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type information

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Hi all! This is a C++ question, however i am not sure if it really somehow deals with type information. The problem is that i want to have a "command file", where i say write the name of the objects to be created. For example: if we have a file: command.myf
then, when i read this file in my program, i need to create: CMyTree object for "tree", CMySpaceship object for "spaceship" and a CMyHouse object for "house". (It may be that, say, CMyTree and CSpaceship are derived from the same base class but it really doesn''t matter) Well, the one solution is to use a switch statement in my program, or a series of if-else connections. But it is cumbersome, and not that effective... I beleive, this can be done in some way, using a "map" that contains the object ID s (?) and corresponding strings in my file... Then, when i read a statement from the file, i scan the map and retreive the corresponding object ID... but after that i need to create an object of that type... say:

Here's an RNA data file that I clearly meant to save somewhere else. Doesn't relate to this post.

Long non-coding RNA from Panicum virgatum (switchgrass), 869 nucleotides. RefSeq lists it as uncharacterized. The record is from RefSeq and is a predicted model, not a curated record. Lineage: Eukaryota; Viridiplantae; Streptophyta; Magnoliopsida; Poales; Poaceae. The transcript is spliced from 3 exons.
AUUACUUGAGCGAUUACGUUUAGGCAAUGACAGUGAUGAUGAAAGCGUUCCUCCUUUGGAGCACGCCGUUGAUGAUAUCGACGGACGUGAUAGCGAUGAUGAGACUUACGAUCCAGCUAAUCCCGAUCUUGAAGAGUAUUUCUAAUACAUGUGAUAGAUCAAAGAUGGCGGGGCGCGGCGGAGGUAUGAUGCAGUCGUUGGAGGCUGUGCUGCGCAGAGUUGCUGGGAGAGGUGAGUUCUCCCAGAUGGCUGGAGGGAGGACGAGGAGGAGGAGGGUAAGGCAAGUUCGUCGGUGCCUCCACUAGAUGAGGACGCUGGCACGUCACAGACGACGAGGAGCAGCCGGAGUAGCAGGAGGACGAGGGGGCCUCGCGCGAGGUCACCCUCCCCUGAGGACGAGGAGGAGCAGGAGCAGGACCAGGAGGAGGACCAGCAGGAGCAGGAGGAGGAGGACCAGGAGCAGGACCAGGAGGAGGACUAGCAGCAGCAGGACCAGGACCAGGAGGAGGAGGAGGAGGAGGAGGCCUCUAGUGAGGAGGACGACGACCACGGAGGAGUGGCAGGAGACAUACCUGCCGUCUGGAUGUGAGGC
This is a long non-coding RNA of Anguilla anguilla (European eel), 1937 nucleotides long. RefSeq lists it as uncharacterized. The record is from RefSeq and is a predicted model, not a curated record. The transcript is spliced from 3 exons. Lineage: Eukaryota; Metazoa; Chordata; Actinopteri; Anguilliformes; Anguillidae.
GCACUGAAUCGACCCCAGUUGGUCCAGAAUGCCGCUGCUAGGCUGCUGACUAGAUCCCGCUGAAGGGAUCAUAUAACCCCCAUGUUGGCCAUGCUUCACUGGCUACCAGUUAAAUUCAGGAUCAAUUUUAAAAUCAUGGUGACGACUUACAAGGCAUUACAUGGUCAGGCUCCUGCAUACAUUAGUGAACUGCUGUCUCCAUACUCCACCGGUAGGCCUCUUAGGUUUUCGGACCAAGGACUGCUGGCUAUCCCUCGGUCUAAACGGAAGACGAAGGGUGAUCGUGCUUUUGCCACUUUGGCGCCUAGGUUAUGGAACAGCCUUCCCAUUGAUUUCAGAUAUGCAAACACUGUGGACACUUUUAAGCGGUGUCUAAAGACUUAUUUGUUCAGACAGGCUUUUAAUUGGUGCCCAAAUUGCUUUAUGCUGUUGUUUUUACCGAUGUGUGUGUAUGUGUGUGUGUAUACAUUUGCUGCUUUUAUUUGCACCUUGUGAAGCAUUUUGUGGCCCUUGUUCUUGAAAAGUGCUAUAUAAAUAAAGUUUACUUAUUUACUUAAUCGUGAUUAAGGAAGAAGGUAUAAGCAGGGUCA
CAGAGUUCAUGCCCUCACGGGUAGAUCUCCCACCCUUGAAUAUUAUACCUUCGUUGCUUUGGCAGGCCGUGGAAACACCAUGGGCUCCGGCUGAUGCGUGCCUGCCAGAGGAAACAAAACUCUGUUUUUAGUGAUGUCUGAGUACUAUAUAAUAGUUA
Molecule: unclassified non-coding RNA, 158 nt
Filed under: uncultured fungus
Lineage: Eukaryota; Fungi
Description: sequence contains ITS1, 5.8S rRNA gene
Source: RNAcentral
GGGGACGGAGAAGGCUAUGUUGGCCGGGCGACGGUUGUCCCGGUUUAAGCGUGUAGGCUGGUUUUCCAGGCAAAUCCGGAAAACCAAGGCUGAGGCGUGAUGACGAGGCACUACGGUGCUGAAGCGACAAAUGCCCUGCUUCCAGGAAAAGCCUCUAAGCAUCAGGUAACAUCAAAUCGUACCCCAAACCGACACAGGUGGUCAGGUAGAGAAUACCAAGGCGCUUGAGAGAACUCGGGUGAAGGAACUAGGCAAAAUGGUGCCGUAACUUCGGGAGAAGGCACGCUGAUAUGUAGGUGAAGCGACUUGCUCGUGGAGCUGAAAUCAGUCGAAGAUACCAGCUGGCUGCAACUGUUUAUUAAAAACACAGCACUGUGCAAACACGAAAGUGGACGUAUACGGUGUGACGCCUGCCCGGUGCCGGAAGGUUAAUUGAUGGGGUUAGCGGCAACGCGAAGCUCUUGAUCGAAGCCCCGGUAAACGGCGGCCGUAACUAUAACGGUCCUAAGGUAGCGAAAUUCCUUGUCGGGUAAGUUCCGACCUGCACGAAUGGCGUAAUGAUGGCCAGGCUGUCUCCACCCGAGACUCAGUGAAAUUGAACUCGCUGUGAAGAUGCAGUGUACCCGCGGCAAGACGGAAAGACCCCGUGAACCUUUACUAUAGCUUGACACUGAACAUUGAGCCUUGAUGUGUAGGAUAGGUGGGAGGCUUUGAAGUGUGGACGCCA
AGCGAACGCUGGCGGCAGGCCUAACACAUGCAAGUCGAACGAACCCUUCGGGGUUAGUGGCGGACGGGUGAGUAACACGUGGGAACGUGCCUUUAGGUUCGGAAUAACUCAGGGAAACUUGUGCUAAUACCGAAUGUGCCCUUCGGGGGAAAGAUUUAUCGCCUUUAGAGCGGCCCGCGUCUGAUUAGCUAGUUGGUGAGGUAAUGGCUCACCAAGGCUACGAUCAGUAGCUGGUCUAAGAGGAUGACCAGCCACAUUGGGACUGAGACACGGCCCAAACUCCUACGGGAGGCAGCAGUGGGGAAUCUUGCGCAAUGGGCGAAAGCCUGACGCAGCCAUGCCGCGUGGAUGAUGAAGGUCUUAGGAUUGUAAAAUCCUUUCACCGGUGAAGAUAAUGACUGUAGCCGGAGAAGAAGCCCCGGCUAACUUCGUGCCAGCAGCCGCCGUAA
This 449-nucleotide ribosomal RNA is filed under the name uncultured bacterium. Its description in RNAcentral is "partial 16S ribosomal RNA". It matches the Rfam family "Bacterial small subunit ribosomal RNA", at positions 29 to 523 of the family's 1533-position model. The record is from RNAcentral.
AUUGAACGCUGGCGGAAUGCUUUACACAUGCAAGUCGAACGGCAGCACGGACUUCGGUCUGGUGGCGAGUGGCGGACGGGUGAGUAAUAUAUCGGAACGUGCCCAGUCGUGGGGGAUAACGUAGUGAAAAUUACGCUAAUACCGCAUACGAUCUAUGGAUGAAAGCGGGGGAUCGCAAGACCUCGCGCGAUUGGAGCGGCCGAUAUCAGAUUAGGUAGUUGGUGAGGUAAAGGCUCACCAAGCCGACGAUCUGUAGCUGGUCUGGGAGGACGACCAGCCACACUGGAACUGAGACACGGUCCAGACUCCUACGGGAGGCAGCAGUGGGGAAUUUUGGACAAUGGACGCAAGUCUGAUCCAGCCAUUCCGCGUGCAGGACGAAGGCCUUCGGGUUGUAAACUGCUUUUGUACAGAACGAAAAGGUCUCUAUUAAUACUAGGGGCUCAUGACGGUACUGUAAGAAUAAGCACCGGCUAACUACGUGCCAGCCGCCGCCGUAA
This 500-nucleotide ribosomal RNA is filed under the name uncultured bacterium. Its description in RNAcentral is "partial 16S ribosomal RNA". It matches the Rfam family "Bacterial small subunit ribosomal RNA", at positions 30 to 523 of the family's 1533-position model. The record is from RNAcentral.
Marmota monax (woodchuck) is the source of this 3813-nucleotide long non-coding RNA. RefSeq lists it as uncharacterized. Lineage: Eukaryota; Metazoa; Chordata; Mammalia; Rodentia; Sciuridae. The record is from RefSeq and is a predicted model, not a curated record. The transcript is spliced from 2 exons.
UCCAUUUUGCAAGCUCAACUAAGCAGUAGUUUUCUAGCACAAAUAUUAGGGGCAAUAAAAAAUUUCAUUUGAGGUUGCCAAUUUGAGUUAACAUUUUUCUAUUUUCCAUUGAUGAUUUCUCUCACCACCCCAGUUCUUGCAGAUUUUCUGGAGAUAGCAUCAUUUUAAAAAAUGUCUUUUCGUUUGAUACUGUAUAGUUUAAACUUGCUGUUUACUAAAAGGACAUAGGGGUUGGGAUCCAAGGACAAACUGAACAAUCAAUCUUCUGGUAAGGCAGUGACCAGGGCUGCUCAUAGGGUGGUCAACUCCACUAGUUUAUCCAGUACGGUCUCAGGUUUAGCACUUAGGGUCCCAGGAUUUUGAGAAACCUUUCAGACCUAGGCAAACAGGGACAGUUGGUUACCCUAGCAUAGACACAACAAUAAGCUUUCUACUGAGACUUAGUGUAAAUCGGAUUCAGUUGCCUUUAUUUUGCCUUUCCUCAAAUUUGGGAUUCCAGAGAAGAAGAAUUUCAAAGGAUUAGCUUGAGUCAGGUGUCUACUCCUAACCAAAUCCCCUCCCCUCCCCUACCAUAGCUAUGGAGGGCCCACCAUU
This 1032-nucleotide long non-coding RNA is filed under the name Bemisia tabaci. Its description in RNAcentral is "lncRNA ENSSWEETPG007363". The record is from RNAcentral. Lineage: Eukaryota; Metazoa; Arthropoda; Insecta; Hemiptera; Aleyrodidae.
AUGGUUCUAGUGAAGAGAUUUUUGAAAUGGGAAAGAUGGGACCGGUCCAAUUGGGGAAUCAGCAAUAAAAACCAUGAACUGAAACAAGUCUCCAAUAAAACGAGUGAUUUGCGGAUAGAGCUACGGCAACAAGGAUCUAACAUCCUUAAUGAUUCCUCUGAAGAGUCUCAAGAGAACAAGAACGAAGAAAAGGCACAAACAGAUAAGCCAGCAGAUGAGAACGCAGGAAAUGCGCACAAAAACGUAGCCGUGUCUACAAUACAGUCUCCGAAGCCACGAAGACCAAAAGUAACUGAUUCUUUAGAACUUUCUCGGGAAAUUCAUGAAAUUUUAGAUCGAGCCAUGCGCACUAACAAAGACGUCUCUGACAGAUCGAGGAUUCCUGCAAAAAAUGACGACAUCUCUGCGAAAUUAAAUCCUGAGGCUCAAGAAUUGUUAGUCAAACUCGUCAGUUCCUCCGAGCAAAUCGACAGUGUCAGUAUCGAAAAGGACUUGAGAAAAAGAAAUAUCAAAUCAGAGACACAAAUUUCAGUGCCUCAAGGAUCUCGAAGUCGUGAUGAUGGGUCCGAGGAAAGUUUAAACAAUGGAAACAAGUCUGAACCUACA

CMyBaseClass* pNewObj = new RETRIEVED_TYPE;
My question is in how to determine "RETRIEVED_TYPE" (from "typeid"?) and what would be the correct syntax for the upper statement? Thank you very much for any help, in advance. Links will also be very appreciated! C++ RULEZ!!!

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I think you will have to check somehow what type you retrieve or:
make an initialisation function for each type and call and initialize them like this:
//declare the initialisation function type

typedef CMyBaseClass * (*TypeFunc) (void);
//create an initialisator array of size N_TYPES

#define N_TYPES 1
TypeFunc typefunctions[N_SCENES];

//declare the tree initialisation function

CMyBaseClass *InitTree(void);

//assign the first element (ID=0) of the initialisator array to the tree initialisator:


//define the tree initialisator:

CMyBaseClass *InitTree(void){
CMyBaseClass tree[1];
return &tree[0];

I hope this is clear .

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Thanks for a quick reply!
Yes, i think i got what you mean!
I think the idea will be like that:
there will be functions that create each of totally available objects and return pointer to it. The "map" container will contain pointers to those functions and commands:

typedef CMyBaseClass * (*FunctionPtr)(void);


the rest is clear

C++ RULEZ!!!

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Hmm, i'd personally choose for IDs as you'll have to check which ID the string belongs to, which costs a lot more time (also, reading the type string costs more time that reading a single int).

[edited by - Tree Penguin on January 14, 2004 8:28:41 AM]

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